Activity: External talk or presentation › Oral presentation
A critical evaluation of the issues arising from education studies seminars focused on race, taught to primary teacher trainees in Autumn 2020. In education studies, dilemmas relating to equality, inclusion and becoming a change agent have been theorised as a response to diversity, where difference is seen as an ordinary aspect of human development and where all pupils can succeed (Florian, 2017). Ideas have been filtered through the lens of policy and practice in relation to particular marginalised groups in an attempt to understand and critique some of the social, cultural and political context of UK schools while ensuring that student teachers understand the risks associated with essentialising learners (Santoro, 2017). Our sessions focused on identifying the dilemmas for teachers in relation to race. They were embedded into modules concerned with inclusive practice and developing teacher agency.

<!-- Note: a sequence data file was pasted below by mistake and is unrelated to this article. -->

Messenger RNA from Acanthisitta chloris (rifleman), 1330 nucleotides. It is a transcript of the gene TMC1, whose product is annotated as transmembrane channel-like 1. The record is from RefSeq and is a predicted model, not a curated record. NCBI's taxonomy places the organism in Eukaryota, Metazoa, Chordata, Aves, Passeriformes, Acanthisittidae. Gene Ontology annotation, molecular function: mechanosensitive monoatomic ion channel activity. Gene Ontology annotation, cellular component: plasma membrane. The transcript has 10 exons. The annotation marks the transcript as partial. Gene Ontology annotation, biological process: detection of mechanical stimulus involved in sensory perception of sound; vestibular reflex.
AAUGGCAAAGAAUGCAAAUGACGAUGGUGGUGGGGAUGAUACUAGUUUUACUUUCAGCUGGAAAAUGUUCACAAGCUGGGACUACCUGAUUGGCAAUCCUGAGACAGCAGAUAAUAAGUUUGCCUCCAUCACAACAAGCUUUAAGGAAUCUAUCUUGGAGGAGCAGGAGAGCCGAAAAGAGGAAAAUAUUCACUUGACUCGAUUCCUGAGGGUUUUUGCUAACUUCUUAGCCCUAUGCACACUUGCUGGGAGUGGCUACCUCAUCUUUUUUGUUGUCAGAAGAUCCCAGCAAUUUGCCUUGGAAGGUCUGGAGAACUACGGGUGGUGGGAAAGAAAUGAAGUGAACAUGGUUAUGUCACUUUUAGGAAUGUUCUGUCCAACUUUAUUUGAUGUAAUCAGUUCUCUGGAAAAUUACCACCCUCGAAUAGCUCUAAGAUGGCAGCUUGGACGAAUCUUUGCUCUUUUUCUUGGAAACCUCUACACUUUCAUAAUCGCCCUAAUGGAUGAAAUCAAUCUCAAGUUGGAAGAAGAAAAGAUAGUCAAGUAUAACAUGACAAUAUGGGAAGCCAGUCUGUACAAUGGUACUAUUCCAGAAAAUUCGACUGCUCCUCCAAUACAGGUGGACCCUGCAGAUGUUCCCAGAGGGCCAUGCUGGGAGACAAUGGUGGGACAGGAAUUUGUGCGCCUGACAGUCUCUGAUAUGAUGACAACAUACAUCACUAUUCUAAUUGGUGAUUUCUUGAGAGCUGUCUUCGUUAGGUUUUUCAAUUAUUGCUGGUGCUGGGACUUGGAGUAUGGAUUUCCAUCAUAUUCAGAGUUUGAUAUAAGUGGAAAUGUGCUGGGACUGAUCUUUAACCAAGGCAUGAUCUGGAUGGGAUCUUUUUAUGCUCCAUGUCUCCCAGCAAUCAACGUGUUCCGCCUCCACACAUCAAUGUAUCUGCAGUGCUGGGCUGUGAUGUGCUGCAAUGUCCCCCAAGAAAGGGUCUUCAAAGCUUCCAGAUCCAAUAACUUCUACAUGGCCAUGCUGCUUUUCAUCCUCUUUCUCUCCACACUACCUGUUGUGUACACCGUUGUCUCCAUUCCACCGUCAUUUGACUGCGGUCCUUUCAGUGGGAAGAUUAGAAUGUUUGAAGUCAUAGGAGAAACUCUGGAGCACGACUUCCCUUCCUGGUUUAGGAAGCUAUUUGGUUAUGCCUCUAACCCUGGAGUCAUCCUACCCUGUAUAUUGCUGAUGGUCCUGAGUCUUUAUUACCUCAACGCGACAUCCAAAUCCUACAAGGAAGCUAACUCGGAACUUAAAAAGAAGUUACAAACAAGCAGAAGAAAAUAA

Students were invited to write responses to the sessions; this presentation will include reflections from one of these students. The reflection raises some concerns tutors had discussed before the session; the sensitivity of the topic, negotiating a safe space where misconceptions can be challenged, and teaching race issues on a programme which is strongly tethered by government regulations and guidance. Tutors might add concerns about their own developing knowledge and teaching such a potentially sensitive area online.
The events of the summer of 2020 have heightened awareness of the imperative to decolonise our teacher trainee curriculum (Moncrieffe et al, 2020). This can be achieved, in part, by deepening the interrogation of power and white privilege, encouraging students to ask critical questions of school-based practice (ibid). This aligns with our foundational aim of students becoming change agents as they begin teaching (Villegas et al, 2017).
The dilemma for tutors, who value a relational pedagogy, is to understand the knowledge base of students and remain sensitive to their experiences; an approach which supports critical discussion and encourages agency. It also remains important to acknowledge the difficult experiences of some students which appear to have arisen from systemic marginalisation not associated with race. If a teacher educator’s responsibility is to provide strong counterarguments to the current racialised narrative which perpetuates structural racism (Lander, 2014) then the question is how to build the confidence of tutors to negotiate this without sabotaging the safe space where students can discuss uncomfortable truths.